Ahh, the Web…center of information and cultural exchange, place of boundless commercial possibility, source of unlimited
Star Wars trivia. Now that there are 56k modems and high-speed connections, there’s no stopping intrepid surfers from seeing all these wonders. Right?
Not quite. If you’re a Web designer, it’s best you face the facts: unless your site is primarily composed of photographs of Pamela Anderson, few people are going to wait long to see what you have to offer.
Sure, you may design for a fast intranet or for a high-end audience that never takes PowerBooks out on the road. If so, God bless you. The rest of us unlucky saps live in a different world: we have readers that still use 14.4 and 28.8 modems, that don’t think any site is worth waiting for more than 30 seconds, and that are just plain impatient. We must create fast-downloading sites, lean sitessites that encourage those restless surfers to stop and come on in.
Most HTML veterans have a favorite optimization trick, but just like their audiences, Web designers can be impatient too. In the spirit of efficiency, I’ve saved you from all that reading and asking around. Here are 20 tips that will help you make your pages as fast as they can be.
An Optimization Checklist:
Crop your images tightly. If you crave white space, use bandwidth-friendly HTML instead: if the graphic is in a table, for example, use the
tags. You can use the
attributes in the
tag to create white space around the table itself.
Size your images right. Never use
attributes to shrink a graphic when you could use a smaller graphic with a smaller file size instead.
Think twice before using graphics to display text. If speed is your top priority, plain text is the better choice.
Use the right graphic file format for your images. GIF files are best suited to display text and line drawings with areas of solid color; JPEG files are better for photographs and illustrations with subtle color changes.
Create GIF graphics with as few (browser-safe) colors as possible. The more colors, the bigger the file size. Software products such as Adobe ImageReady (
), Macromedia Fireworks (
), and Equilibrium’s DeBabelizer (
), as well as Photoshop plug-ins, such as BoxTop Software’s (
) PhotoGIF, can help you reduce the number of colors in already existing graphics and preview the results.
Avoid anti-aliasing text whenever possible. Anti-aliasing smoothes the edges of lines, but in the process it adds colors. Try turning anti-aliasing off to see if your text looks good enough. Small text10 point or lessalways looks better aliased.
To keep GIF files small, take advantage of the way they compress data whenever you can. GIF compression records image changes row by row. For example, a GIF image of the flag of Yugoslavia (which is made up of three horizontal stripes), would be fairly svelte. The GIF would record the color information as “blue,” “white,” “red,” and note how many pixels wide each row was. A GIF image of the French flag would be much bigger, as the notation for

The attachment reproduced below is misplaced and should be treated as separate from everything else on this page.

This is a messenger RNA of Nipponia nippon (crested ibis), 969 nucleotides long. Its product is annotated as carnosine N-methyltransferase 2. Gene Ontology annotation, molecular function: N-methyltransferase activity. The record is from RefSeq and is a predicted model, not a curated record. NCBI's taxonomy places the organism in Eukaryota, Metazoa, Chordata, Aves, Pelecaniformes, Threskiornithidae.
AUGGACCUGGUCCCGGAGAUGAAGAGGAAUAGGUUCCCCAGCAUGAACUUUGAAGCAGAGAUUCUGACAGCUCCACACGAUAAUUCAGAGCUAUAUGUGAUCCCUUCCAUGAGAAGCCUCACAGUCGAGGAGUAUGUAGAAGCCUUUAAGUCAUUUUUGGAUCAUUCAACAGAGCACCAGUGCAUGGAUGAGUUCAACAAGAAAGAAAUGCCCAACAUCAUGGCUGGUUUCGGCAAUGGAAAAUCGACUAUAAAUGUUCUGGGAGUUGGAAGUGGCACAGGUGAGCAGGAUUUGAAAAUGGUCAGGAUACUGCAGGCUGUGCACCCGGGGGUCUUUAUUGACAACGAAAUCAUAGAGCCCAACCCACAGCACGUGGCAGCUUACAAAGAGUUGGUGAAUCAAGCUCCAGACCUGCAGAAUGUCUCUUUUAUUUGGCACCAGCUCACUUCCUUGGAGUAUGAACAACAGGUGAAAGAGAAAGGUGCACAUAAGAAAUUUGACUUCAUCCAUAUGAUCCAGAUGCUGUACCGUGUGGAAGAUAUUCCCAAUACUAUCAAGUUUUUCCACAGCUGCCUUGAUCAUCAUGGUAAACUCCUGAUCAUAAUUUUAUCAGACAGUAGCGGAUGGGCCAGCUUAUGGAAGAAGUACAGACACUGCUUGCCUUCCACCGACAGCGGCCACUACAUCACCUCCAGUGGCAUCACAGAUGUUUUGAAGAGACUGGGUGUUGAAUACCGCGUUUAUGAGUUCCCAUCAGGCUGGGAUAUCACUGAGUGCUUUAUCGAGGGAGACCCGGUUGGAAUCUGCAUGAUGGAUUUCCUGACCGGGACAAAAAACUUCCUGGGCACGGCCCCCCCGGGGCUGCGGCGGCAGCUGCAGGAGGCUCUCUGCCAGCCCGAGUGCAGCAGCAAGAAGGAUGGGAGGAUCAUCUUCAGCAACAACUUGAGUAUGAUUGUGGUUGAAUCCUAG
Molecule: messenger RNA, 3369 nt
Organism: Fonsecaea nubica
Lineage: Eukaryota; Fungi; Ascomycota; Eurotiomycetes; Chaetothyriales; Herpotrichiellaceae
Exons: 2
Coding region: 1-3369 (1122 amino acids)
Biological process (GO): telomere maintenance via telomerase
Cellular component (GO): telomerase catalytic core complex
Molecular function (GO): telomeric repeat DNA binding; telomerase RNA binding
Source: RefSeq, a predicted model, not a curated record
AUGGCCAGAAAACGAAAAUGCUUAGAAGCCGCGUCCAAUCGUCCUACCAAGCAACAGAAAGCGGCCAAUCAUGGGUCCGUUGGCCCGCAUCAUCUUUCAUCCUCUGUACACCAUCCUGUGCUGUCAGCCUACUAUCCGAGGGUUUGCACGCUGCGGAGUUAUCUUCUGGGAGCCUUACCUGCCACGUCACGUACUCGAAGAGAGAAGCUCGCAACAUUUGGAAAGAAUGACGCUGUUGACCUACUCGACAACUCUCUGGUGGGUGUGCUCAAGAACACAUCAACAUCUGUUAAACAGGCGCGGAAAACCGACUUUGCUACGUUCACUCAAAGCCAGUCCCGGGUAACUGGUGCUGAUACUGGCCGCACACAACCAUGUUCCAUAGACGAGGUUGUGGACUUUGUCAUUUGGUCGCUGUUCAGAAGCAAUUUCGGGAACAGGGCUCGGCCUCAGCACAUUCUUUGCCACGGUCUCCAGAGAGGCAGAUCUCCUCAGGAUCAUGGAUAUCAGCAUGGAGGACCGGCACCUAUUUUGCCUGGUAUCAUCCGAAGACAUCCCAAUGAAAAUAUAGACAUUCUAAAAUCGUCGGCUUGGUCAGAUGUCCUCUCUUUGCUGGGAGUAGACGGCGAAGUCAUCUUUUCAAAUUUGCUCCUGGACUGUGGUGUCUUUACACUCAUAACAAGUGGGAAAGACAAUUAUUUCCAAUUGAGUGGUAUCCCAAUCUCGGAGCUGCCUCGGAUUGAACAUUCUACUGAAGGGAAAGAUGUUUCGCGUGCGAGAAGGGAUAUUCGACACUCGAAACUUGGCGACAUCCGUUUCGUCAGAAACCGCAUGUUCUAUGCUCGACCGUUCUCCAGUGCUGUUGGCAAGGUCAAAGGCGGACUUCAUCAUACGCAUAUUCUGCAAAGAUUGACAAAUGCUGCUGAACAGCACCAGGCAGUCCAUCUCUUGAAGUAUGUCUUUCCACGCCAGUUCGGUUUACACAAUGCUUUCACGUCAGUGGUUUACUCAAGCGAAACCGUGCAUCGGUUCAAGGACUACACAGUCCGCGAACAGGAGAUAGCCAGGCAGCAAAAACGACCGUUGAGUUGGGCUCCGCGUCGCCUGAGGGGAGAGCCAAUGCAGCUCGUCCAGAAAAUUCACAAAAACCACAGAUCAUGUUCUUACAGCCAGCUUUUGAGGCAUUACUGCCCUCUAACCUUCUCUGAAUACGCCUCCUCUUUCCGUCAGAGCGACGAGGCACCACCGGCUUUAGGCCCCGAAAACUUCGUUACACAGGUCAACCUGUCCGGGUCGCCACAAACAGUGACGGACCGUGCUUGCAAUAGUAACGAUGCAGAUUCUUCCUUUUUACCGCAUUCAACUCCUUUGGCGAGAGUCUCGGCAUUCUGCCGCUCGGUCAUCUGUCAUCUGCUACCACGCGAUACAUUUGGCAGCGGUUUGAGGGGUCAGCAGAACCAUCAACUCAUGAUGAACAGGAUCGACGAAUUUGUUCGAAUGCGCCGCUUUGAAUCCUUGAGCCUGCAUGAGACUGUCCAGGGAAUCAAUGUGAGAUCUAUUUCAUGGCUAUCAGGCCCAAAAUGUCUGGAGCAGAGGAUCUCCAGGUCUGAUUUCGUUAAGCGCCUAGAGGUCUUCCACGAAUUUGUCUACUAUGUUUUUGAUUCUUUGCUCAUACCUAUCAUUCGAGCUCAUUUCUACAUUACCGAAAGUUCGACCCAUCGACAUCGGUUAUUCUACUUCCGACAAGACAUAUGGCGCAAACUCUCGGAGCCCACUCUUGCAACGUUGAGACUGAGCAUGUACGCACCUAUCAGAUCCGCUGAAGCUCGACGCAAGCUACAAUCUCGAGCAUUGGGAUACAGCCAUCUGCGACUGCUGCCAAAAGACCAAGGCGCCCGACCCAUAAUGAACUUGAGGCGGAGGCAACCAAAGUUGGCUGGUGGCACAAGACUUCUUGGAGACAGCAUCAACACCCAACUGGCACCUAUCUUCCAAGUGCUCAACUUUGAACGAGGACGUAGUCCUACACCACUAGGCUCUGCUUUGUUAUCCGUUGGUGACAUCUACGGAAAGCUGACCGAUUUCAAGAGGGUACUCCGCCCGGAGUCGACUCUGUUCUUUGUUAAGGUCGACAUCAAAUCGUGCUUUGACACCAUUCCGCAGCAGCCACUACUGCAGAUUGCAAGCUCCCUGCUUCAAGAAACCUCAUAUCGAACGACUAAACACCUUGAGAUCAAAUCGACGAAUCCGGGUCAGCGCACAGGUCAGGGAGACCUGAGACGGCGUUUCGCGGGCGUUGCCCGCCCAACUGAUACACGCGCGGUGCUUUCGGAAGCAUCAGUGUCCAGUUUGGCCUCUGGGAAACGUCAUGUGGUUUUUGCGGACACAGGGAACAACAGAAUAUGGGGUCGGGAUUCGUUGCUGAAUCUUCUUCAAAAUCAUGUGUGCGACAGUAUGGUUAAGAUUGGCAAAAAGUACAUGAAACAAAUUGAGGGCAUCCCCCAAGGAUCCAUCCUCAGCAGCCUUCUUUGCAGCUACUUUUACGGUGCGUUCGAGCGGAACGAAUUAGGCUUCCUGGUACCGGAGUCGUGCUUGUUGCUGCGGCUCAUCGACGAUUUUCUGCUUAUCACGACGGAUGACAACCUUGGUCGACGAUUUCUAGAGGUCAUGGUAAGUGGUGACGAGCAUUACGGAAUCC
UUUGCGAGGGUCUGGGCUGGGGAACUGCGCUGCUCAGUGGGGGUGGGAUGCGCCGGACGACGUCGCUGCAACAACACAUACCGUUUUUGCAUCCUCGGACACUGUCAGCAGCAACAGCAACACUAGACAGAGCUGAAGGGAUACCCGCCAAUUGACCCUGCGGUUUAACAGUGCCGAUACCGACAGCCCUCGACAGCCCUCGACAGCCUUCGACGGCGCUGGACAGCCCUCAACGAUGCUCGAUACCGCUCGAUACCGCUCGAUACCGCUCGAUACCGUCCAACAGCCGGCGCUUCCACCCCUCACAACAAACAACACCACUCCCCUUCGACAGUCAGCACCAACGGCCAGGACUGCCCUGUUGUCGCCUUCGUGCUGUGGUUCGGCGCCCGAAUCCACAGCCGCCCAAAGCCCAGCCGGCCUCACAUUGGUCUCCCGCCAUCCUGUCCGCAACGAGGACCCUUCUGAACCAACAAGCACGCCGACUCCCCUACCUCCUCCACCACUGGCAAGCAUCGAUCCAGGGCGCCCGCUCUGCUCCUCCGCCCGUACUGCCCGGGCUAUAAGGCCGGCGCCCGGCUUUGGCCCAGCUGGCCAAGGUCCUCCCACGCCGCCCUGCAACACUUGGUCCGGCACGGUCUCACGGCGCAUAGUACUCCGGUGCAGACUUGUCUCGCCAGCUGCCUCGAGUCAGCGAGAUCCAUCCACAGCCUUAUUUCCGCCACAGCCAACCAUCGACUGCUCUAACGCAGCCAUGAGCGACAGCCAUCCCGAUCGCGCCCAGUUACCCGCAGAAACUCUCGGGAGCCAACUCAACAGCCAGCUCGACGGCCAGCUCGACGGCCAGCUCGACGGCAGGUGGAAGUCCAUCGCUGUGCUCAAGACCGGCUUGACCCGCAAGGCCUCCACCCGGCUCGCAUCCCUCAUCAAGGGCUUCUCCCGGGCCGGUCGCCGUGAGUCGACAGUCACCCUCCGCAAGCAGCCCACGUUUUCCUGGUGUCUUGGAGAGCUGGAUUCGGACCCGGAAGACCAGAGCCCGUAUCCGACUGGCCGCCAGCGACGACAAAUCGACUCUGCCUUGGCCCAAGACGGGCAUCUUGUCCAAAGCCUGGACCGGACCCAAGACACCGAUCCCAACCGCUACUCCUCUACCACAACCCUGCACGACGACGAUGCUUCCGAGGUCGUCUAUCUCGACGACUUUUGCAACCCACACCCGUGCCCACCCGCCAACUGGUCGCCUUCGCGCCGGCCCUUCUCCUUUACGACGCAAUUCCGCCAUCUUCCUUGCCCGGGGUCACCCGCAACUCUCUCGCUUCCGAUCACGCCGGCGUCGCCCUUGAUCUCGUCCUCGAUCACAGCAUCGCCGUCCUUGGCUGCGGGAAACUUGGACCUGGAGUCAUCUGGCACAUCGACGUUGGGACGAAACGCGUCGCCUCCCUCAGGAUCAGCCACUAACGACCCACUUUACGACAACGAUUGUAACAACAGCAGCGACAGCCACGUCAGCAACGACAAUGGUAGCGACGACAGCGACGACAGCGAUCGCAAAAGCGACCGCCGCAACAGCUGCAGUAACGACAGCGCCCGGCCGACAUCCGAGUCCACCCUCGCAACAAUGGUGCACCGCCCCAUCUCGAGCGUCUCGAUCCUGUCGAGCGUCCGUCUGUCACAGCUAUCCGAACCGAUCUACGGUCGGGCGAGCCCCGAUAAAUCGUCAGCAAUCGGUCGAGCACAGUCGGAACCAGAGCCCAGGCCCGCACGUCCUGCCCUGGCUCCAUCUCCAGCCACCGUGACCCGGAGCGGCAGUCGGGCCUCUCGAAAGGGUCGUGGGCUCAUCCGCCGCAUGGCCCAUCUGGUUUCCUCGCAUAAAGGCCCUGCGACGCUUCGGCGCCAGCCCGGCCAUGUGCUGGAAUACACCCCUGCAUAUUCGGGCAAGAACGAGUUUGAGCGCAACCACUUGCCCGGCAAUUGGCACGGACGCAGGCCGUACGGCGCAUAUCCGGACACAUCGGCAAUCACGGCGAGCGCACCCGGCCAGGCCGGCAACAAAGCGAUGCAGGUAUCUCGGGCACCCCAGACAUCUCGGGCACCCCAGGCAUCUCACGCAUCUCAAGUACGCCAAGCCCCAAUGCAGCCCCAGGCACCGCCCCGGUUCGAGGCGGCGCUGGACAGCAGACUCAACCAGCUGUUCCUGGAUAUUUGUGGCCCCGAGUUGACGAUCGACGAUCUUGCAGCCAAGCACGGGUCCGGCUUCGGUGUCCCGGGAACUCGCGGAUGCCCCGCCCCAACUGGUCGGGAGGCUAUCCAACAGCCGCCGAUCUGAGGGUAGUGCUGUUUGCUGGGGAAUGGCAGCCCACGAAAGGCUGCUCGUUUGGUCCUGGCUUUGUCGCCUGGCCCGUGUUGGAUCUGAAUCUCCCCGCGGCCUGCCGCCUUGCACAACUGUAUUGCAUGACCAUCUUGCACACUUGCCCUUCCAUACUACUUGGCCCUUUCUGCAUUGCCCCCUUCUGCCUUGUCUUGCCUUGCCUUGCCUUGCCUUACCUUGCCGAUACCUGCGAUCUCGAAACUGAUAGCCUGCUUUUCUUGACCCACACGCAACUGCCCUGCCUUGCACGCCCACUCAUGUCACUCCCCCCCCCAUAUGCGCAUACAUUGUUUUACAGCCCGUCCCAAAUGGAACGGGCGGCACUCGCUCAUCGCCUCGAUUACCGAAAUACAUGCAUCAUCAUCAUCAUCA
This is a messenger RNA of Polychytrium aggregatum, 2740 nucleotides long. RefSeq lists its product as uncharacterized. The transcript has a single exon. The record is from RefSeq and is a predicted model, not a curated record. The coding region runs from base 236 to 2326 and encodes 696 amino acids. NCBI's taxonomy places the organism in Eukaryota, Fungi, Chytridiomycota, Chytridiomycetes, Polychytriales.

would have to include the information “blue” “white” “red” as well as how many pixels each color took up. By the same token, this means GIF images with lots of noise or fine detail will be bigger.
Get rid of superfluous images, especially animations. Do you really need those pulsating “new” buttons, a mailbox icon, a counter, or all those graphic dividers?
Don’t link to graphics at distant locations. There’s no reason to throw yourself on the mercy of server connections and Internet traffic this way.
Recycle graphics as much as possible throughout your site. Netscape and Internet Explorer
, or save in memory, recently displayed images on the viewer’s computer, which means these graphics won’t have to download again.
Slice up images to take advantage of caching. If you have a large graphic (such as a logo banner or a navigation bar) that contains a small piece that changes from page to page, cut up the logo so that you’ll only have to swap out that piece. Recently displayed images are already cached on the viewer’s computer, so only the new piece must be downloaded.
attributes to tell the browser how big your images are, especially if they’re in a table. Browsers will not draw a table until they understand its structure, which means unless the browsers know how much space the graphics take up, viewers won’t see anything until
the graphics are downloaded.
Always use the
attribute to tell the browser how wide your tables are. If the browser knows how big a table is, it will go ahead and flow text around it while the table finishes rendering.
Check your math. Make sure that table cell
attributes add up to the
of the entire table they’re in. Otherwise, you’ll confuse the browser and slow things down.
Whenever possible, use several simple tables instead of one complex one. This way, your viewers will have
to look at as the tables appear, one by one.
Try not to nest tables (put a table within a table within a table). The browser has to think a lotslowly working from the inside outbefore it can display these. Only nest tables if the alternative is one giant complex table that will be even harder for the browser to calculate.
Don’t go nuts with links. Lots of text adds to download time too. For an example of what I mean by “going nuts,” see the new, but not completely improved, ICQ site (
, or translated, by the viewer’s computer and may affect page loading times.
Consider how fast your pages
as well as how big their total file sizes are. Although progressive JPEG and interlaced GIF graphics can have slightly larger file sizes, they may be appropriate if you want your viewers to see something right away.
Before uploading your pages, consider eliminating all extraneous tabs, carriage returns, and spaces. Although the browser will ignore these characters, they do add to your total file size.
‘s Senior Associate Editor SCHOLLE SAWYER wants to know your favorite tips for making your sites lean and mean. Email her at